I have been building cajons professionally since 2008 and I get questions regarding the instrument on a regular basis. A very common question that I am asked is, "Can a cajon replace a drum kit?". In Many situations, the answer to that is, ABSOLUTELY! This is why.
One of the basic components of the traditional drum kit is the Snare Drum. It is the "pop" in the rhythm. Everyone knows what they are listening to when they hear the snare drum head pop with the sizzle of the snare wires vibrating against it. The cajon is great at emulating this because it has a snare drum built in. In many cajons, there are snare wires and sometimes strings mounted in the upper portion of the playing surface to deliver the "Slap" tone. In a well designed and quality built cajon, the snare effect is very responsive and is accessed by striking the cajon in the very top portion of the playing surface.
Striking the playing surface 4-6 Inches below the top of the playing surface produces a much different sound. This is where the bass tones are produces. This tone is a great replacement for the "Kick Drum" in a drum kit. Depending on the design and construction of the cajon, the bass can have slight variations in pitch, tone, as well as resonance. The pitch of the bass note is largely defined by the size of the cajon. The bigger the drum.......the deeper the note. The size of the sound port also influences the pitch of the drum. In the video below, Paul Jennings demonstrates an exercise to develop both the bass and slap techniques.
Another component to many drum kits are the "Toms". Many cajon players are able to reproduce the "tom" sound by using a technique where they use their foot to change the pitch of the cajon while playing. It is a technique that requires some skill. I have seen some players who have mastered the technique and I believe that it is definitely worth putting in the time to learn it. Hear is an example.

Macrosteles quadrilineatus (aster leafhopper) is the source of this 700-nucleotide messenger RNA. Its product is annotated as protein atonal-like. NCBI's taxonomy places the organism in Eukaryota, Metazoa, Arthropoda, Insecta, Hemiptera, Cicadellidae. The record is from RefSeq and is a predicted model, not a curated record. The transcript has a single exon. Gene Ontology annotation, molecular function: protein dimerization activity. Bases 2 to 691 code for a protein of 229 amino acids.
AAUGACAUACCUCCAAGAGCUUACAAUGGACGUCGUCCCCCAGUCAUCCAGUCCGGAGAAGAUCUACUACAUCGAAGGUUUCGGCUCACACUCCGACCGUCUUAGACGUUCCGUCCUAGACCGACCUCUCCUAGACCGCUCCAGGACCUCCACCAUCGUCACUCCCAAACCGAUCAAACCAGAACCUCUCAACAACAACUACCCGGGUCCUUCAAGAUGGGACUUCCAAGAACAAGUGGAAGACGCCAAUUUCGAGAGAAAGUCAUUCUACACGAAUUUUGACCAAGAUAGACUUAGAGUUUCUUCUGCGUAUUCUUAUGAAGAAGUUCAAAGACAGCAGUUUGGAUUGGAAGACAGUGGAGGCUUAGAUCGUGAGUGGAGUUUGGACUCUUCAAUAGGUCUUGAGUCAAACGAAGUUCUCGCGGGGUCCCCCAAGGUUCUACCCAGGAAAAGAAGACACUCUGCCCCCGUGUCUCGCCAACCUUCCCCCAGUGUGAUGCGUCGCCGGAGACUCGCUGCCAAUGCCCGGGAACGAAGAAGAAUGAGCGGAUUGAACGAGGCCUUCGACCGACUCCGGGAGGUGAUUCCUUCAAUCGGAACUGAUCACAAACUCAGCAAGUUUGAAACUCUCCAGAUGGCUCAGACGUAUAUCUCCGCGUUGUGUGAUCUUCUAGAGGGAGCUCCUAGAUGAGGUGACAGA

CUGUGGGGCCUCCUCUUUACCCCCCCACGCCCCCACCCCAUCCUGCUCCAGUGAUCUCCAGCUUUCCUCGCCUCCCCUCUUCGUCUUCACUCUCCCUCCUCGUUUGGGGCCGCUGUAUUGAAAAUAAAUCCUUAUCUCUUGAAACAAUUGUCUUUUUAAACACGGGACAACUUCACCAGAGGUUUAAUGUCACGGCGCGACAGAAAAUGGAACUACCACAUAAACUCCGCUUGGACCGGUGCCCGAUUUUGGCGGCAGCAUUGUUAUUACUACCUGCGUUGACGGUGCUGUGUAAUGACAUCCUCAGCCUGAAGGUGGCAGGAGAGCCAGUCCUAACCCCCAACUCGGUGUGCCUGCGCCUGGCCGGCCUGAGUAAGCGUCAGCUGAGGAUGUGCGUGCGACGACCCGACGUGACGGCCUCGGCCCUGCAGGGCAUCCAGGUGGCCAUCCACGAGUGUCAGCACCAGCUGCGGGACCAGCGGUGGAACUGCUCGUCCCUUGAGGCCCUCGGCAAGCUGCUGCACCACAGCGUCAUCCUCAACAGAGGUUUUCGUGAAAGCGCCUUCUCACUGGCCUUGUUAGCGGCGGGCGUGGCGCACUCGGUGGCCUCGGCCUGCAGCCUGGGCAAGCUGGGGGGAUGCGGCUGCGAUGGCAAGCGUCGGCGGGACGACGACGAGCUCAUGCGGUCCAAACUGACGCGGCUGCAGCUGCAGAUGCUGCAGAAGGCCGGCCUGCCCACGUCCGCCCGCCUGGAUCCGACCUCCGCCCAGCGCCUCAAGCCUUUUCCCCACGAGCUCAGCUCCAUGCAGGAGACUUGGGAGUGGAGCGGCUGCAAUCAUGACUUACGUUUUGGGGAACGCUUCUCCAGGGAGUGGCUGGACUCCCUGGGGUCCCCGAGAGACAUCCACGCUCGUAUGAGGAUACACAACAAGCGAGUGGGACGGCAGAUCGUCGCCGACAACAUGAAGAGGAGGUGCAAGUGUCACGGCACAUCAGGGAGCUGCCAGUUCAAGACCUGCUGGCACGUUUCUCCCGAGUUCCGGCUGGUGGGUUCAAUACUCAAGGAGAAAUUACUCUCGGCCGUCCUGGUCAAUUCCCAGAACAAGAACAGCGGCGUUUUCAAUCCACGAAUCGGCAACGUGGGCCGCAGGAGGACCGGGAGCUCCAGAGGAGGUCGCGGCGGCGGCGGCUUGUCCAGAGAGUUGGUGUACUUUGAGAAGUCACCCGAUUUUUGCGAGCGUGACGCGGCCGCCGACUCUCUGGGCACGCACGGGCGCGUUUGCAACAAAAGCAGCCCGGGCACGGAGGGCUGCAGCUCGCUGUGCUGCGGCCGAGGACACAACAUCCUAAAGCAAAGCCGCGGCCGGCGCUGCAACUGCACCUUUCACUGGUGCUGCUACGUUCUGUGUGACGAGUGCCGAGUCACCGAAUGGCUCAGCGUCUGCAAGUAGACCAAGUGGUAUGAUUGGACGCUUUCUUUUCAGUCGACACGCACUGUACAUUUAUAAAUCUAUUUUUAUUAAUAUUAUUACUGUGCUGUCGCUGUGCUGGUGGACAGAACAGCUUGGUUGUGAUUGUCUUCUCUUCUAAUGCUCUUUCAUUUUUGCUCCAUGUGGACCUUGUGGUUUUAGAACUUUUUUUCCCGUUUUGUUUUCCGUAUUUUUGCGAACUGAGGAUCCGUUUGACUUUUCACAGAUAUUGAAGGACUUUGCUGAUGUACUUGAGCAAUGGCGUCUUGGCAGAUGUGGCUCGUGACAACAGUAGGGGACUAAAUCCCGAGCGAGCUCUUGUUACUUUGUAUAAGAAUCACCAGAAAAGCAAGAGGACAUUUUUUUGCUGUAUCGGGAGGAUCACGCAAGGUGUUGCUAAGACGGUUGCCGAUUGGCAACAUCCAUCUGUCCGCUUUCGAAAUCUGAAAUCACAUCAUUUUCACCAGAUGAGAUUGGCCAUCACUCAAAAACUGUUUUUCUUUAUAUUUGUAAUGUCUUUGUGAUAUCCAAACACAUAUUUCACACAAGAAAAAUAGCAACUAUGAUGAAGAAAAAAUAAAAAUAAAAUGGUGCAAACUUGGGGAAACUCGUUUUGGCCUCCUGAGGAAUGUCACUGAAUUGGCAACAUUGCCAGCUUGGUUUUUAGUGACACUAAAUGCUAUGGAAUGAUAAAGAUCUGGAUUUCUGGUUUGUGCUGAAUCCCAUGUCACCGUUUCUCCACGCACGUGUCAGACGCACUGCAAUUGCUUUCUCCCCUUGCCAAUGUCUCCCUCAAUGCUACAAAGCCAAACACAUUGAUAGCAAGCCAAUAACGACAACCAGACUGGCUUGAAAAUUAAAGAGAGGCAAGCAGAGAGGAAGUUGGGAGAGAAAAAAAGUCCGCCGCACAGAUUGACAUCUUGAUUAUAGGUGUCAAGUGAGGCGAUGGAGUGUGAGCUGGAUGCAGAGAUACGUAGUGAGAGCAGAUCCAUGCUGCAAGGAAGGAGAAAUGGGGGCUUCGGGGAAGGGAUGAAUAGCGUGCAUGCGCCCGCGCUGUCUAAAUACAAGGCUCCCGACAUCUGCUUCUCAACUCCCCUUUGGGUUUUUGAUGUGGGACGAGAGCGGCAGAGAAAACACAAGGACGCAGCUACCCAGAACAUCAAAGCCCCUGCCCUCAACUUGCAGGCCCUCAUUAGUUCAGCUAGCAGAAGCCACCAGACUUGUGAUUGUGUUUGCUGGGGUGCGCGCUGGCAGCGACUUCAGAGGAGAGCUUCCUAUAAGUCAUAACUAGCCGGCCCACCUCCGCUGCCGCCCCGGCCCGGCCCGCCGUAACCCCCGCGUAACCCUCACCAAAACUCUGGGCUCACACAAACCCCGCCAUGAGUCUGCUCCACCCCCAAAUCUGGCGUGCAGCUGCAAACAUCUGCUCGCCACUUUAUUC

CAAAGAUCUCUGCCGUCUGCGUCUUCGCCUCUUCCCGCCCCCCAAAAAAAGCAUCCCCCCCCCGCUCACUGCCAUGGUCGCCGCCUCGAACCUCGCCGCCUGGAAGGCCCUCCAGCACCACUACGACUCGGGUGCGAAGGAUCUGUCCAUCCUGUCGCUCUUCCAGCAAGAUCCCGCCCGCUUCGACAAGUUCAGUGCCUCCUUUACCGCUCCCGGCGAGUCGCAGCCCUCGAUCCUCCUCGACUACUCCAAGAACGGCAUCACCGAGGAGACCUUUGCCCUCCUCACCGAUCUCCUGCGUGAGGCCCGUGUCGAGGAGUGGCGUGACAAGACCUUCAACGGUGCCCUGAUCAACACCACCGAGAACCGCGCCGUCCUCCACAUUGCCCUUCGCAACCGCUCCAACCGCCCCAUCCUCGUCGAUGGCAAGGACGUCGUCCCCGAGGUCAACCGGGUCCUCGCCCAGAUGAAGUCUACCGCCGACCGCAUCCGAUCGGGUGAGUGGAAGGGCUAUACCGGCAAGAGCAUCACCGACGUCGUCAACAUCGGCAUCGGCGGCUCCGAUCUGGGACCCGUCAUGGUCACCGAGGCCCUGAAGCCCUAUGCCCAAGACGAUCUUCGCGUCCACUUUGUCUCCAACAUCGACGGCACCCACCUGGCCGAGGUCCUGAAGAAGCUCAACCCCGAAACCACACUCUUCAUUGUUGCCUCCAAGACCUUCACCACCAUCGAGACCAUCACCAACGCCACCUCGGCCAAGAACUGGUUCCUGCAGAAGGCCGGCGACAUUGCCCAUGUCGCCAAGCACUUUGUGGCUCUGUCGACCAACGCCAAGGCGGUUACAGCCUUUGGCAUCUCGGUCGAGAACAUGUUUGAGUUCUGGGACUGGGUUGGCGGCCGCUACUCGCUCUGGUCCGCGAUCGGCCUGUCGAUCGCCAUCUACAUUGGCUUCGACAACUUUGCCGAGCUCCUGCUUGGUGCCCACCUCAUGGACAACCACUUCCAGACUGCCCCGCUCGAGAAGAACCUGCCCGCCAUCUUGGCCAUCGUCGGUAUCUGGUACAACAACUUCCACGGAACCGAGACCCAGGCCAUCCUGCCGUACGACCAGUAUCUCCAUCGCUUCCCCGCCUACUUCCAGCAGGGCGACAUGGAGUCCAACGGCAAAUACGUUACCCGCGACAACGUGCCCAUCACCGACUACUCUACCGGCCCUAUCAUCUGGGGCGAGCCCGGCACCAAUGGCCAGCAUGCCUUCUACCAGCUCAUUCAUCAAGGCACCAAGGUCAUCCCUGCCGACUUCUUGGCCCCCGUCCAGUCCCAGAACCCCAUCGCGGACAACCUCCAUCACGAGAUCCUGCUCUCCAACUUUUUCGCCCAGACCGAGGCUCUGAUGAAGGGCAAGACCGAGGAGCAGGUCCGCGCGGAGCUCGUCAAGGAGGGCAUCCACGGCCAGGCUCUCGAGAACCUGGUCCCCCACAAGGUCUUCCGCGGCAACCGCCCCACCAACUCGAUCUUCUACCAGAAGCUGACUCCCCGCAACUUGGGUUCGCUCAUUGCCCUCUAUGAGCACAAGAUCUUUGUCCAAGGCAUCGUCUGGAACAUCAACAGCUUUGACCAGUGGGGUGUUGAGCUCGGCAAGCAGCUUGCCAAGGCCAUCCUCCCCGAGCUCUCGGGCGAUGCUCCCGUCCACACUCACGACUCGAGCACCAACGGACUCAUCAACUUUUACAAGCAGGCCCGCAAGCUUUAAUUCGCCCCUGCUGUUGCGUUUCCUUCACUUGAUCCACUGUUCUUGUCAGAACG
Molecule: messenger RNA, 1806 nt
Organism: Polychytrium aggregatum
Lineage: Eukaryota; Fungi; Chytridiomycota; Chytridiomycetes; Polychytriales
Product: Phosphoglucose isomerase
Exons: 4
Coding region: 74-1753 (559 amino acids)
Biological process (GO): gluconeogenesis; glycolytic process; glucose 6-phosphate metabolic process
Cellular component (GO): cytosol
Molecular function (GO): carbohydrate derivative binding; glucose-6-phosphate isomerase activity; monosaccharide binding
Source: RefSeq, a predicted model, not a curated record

The Hi-Hat is another component of a traditional drum kit used to get a "chck" sound. Commonly played on the 1/4, 1/8,1/16 notes this sound can be replaced by playing "ghost-notes" in the upper portion of the cajon. This activates the snare wires slightly creating a delicate "chck" effect to emulate the hi-hat. Here, Felipe Fagundel shows this in an excersice.
Cymbals such as the "splash" and "ride" cymbals are common in drum kits. While the cajon can't really replace them, it is easy enough to just add a cymbal and stand to the cajon setup if you want to.
So yes, the cajon can definitely replace a drum kit. Not only that, but there some benefits to using a cajon rather than a kit. The cajon is SO portable. I think it is awesome to take everything that I need for a gig or a jam session in just one bag! You almost need a small moving truck for a full drum kit. Also, it is simple to set up. All you have to set up a cajon is take it out of the bag and put a mic in front of it. Volume control is another positive aspect of the cajon. You can mic it if you need more volume or you can play it acoustic if you are in a more intimate setting.
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